We’re All Innovators...But We Do It According to Type

Posted 26 June 2018 by
Global Marketing

By Sherrie Haynie, Director of US Professional Services

We’d all like to think of ourselves as ‘innovative’, wouldn’t we? At its core, being innovative involves somehow being able to come up with original ideas and apply them in ways that have some benefit, either for ourselves or for someone else. It’s certainly pertinent to your career and livelihood, but it just as equally at play in all aspects of live, whether it be redesigning your house, managing your money raising your kids, or making a good impression with someone on a first date.

There are opportunities to innovate all around us, and the more innovative we are, the more we’ll uncover opportunities for success and happiness. Yet, many of us do not view ourselves as innovative, and, we certainly don’t always see the innovative potential in the people around us. MBTI personality type can help us tap our potential by helping us see the value in our unique approaches to innovation.

Resisting a limited view of innovation: Hail to the King!

Because innovation is so central to the human experience, it’s too bad that we all too often have a limited view of what it means to be innovative. We often equate it with generating completely new, big ideas. But if you think about it, much of what we think about as innovative doesn’t fit that bill. Facebook wasn’t the first social media platform, the iPhone wasn’t the first interactive cell phone, and Elvis Presley most definitely did not invent Rock and Roll.

In all three of these cases, the innovators at question added their 2 cents (or in some cases 2 dollars) to previously existing forms to create something that, while not wholly new, nevertheless gave the world something that it didn’t have. Elvis may not have invented Rock and Roll, but he sure delivered it like no one had before!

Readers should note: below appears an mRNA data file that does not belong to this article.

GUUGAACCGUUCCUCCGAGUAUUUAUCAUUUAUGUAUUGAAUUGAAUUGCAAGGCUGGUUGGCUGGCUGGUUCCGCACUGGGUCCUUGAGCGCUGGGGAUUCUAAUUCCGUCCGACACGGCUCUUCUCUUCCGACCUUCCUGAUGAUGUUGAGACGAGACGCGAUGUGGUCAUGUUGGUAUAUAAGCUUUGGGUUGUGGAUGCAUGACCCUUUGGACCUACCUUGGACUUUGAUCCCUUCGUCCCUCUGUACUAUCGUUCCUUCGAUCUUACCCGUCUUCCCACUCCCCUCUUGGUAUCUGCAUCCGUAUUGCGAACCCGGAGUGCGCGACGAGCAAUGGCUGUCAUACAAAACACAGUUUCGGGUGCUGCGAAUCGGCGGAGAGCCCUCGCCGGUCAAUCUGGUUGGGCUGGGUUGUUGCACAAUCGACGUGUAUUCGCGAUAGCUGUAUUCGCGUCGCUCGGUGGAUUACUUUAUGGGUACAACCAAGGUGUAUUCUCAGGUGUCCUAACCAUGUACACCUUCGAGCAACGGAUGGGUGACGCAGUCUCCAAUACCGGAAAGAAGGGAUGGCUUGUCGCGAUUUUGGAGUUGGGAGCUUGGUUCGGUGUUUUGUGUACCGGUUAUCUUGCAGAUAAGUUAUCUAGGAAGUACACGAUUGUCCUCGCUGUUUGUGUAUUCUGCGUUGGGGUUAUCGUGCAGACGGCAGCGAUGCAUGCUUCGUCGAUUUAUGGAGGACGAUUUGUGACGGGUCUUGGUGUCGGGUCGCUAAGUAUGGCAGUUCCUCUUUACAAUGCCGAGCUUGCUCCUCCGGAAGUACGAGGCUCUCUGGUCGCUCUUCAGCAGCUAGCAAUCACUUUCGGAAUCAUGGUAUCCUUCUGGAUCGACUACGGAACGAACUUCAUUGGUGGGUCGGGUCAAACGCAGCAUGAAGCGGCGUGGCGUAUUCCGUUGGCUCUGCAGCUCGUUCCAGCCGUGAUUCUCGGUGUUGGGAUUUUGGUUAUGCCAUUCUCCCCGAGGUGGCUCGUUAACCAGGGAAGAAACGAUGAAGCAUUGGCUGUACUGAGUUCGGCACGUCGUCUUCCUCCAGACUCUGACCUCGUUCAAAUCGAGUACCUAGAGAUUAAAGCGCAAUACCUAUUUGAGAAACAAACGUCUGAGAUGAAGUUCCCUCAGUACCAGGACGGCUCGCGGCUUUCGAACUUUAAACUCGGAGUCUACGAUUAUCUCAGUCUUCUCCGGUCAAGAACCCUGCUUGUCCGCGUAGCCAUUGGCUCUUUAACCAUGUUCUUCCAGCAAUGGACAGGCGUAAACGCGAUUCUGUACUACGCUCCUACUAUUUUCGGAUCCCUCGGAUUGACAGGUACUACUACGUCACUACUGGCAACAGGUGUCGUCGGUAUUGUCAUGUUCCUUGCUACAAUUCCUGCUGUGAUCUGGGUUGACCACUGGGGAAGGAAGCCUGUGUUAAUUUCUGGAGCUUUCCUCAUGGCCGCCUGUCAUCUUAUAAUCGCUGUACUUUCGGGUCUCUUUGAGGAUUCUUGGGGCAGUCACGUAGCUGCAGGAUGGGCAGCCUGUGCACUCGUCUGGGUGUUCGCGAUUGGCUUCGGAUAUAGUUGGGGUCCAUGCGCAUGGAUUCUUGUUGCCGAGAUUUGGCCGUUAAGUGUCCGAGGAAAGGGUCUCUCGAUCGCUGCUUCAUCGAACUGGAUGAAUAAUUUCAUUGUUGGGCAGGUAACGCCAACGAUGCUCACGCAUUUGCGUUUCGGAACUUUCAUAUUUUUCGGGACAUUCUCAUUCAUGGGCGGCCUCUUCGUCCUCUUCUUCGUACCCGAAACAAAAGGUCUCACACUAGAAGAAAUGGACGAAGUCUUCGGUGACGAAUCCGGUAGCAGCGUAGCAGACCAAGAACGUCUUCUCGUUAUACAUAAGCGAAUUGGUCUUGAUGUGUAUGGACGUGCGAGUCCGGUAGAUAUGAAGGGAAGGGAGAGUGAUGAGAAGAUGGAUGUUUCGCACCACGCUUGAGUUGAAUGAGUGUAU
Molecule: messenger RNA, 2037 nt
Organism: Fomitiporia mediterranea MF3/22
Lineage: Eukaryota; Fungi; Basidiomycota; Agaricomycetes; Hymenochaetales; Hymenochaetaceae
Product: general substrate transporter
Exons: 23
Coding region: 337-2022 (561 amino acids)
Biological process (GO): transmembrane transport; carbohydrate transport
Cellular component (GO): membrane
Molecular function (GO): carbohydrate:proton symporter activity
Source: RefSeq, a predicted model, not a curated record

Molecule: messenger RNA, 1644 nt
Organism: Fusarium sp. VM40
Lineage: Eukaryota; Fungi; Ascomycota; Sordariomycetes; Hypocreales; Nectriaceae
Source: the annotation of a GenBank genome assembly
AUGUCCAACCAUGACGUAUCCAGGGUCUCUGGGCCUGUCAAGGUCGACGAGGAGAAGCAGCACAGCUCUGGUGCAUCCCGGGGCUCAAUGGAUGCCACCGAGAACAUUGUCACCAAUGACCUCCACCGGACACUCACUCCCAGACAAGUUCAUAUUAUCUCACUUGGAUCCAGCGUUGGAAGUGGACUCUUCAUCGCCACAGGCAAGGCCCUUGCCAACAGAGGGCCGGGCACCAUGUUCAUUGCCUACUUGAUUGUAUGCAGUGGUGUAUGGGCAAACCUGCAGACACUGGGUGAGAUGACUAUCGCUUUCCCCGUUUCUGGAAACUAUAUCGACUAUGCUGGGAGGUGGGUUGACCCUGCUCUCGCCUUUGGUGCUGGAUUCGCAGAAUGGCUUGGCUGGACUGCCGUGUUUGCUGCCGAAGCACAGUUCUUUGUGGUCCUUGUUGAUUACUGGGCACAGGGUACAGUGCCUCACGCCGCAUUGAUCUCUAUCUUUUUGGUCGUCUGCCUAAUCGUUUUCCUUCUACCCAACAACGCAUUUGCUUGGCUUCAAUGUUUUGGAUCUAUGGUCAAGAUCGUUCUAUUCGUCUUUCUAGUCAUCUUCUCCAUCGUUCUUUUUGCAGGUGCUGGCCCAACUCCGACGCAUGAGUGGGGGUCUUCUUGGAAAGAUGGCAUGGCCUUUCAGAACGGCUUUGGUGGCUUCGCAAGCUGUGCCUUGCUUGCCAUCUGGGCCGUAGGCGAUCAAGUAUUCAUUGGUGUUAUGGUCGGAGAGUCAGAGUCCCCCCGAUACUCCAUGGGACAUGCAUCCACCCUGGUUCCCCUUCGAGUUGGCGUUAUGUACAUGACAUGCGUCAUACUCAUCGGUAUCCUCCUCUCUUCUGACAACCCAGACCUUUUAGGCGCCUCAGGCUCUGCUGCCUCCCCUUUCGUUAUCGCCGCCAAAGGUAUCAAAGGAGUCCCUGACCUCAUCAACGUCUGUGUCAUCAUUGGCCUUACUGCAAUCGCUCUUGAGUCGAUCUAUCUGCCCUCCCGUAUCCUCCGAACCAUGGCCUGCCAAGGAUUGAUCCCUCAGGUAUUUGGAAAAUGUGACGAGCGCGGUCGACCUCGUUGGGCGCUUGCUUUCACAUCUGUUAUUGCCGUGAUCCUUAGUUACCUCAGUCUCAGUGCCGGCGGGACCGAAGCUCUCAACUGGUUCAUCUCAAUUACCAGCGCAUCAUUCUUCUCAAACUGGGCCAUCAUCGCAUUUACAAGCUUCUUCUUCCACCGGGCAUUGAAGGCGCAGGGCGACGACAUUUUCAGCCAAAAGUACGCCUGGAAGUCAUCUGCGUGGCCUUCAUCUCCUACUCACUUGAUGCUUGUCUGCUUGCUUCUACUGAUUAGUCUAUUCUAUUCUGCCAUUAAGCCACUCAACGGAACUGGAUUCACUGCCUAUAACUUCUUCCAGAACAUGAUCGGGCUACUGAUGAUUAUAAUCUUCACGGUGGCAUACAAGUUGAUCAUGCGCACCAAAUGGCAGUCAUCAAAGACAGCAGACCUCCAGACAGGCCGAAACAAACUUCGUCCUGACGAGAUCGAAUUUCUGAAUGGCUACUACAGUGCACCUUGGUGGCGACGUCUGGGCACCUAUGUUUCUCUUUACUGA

What part of the ‘Innovation Cycle’ gets your gears turning?

Innovation has a lot of moving parts, each of which is crucial to the desired end result of coming up with something cool and new. And if you think about innovation as a cycle or process, different personality types tend to apply their innovative skills at different points in the process. Damian Killen and Gareth Williams nicely summarized this concept in Type and Innovation, which identifies  4 phases of innovation: Discover, Decide, Define and Deliver.

It turns out that personality type has a lot to do with which phase that brings out the best in our innovative capacity. Specifically, this relates to our preference for Sensing/Intuition (S/N), which affects how we take in information, and Judging/Perceiving (J/P), which indicates how we orient ourselves to the external world.

Why does Columbus get a holiday? Why not ‘Eratosthenes’ day?

In general, there’s a tendency to think of innovation in terms of the first “Discover” phase where the idea is conceived, but this is clearly only one piece of the puzzle. Consequently, a lot of times people view those with N preferences as more innovative, as they’re often the ones with the big ideas and vision.

But, if an idea can’t be successfully implemented, it’s soon forgotten. After all Christopher Columbus wasn’t the first to reject Flat Earth theory, but he’s the one with his own national holiday.

To say that anyone of any personality type can be innovative is selling the concept short. Actually, everyone has to be innovative because the varied and unique skills that each personality type brings to the table are all critical to the process. If all 4 of these approaches aren’t applied, innovation will come to a halt! We’ll discuss this in shortly in Part II....